Werfel also warned that because of the mindless nature of the sequester, agencies would not be able to spare programs, even if they are a higher priority. For instance, he said the FAA would be prohibited from sparing air traffic control spending by shifting cuts to other areas.
Furman did not provide an estimate for job losses and the impact on the Gross Domestic Product beyond saying hundreds of thousands jobs would be lost. He said the economy got a taste of the impact in the fourth quarter of 2012, when defense cuts were the difference between a growing GDP and a shrinking one.
Furman also said that now is a particularly bad time for the sequester to take effect; the economy is growing and the deficit is shrinking already. The administration took credit for the steepest drop in the deficit as a percentage of GDP since World War II.
Among the cuts the White House warned about Friday are:
• 70,000 children kicked off Head Start, 10,000 teacher jobs “at risk” and funding for 7,200 special education teachers and staff cut.
• 373,000 people losing access to mental-health treatment.
• 1,000 fewer federal agents at the FBI and other federal agencies.
• Hundreds of federal prosecutors furloughed, leading to more than 1,000 fewer criminal prosecutions.
• Thousands of fewer federal research grants at the National Institutes of Health and the National Science Foundation.
• Reduced staffing at the IRS, which the White House warns would lead to delayed customer service and cost the government billions in uncollected revenue.
House Republicans have argued that the revenue issue is settled and are demanding Obama come up with alternate cuts, noting that they have done so. Obama, however, has demanded a “balanced” plan that would replace the sequester with a combination of cuts and revenue. One side will have to blink for the latest game of budget chicken to end, but House Republicans so far appear more inclined to let the sequester take effect rather than submit to more tax increases.
Democrats are clearly trying to pressure Republicans into considering a sequester fix that would include some revenue. In addition to the Office of Management and Budget call on Friday, the Senate Appropriations Committee has a Feb. 14 hearing planned on the sequester, intended to emphasize the effects it would have on the daily lives of many Americans. The headlines generated by the OMB release and hearing could trigger tough questions for many lawmakers during their talks with constituents during the late February recess.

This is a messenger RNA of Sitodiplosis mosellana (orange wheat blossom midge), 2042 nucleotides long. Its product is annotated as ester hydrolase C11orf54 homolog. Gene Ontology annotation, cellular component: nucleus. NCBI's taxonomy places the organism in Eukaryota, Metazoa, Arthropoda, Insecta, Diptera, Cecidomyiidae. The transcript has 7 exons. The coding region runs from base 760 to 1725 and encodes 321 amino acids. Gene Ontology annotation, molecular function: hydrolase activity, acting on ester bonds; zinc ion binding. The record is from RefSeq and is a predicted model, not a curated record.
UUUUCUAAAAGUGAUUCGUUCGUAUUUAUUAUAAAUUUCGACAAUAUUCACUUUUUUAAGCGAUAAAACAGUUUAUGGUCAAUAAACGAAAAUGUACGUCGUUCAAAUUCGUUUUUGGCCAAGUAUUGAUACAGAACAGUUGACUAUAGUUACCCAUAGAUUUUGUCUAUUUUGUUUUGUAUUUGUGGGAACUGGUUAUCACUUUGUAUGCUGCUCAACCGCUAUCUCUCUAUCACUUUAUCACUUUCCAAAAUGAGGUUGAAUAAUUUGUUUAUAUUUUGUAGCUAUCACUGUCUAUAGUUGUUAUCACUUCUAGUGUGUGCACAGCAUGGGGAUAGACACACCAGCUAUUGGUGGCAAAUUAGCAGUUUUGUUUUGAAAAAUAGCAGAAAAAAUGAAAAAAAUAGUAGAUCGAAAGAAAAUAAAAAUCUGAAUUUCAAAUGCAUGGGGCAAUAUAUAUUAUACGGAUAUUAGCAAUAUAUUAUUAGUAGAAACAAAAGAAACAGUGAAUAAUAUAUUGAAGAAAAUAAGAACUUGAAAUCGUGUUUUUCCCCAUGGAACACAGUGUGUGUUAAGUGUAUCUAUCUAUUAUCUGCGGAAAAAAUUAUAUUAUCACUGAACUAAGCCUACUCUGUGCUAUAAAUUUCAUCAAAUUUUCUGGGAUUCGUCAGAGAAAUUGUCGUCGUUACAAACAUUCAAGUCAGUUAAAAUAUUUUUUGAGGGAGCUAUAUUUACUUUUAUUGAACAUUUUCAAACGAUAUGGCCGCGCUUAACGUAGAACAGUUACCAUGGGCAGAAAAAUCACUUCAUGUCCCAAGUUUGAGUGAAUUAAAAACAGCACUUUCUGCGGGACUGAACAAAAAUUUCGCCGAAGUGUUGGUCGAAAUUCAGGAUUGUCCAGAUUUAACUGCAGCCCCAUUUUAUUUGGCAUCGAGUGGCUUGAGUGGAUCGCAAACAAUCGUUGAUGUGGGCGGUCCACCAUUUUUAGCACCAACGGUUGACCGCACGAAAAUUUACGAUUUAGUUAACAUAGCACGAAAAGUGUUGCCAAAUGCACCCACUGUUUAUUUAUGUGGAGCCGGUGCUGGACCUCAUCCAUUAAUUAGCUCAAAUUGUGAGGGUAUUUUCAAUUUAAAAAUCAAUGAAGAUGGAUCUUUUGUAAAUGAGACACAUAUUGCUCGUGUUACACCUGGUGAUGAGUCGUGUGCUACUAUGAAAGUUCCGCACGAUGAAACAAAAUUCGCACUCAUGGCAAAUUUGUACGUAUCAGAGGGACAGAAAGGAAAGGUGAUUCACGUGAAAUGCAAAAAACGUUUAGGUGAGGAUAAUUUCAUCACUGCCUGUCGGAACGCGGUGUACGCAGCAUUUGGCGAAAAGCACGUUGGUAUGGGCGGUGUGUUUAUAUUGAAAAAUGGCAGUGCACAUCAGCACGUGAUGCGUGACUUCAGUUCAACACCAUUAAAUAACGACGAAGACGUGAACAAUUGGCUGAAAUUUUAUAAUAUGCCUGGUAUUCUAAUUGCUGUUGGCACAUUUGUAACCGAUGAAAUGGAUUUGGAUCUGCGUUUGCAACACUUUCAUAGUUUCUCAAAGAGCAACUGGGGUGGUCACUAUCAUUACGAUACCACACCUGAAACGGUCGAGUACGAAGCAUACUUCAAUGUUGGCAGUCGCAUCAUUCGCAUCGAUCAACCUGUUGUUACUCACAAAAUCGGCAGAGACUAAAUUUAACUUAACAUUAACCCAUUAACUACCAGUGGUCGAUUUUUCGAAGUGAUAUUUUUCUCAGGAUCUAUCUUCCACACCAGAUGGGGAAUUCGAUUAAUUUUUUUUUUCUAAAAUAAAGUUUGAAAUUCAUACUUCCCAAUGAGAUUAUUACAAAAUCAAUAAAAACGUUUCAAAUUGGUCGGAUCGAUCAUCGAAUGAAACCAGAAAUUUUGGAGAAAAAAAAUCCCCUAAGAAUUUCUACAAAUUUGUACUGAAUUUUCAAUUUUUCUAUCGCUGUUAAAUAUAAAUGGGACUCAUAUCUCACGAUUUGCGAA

Senate Democrats also intend to finish as early as next week a short-term sequester replacement bill aimed at combining alternative spending cuts and new tax revenue to avert the $85 billion in automatic spending cuts that would take place this year. The president earlier this week advocated for such a measure as a way to avoid what he said would be dire consequences for the economy.
Agriculture Chairwoman Debbie Stabenow of Michigan, a senior tax writer, told CQ Roll Call that the measure might cost $112 billion to $120 billion. The measure might replace the sequester through the rest of fiscal 2013 or to the end of the calendar year. Democrats will need to decide how to split the short-term sequester package between spending cuts and tax revenue. Republicans, who adamantly oppose any use of tax revenue to replace the sequester, are not part of the broader discussions with the Democratic senators.
Kerry Young contributed to this report.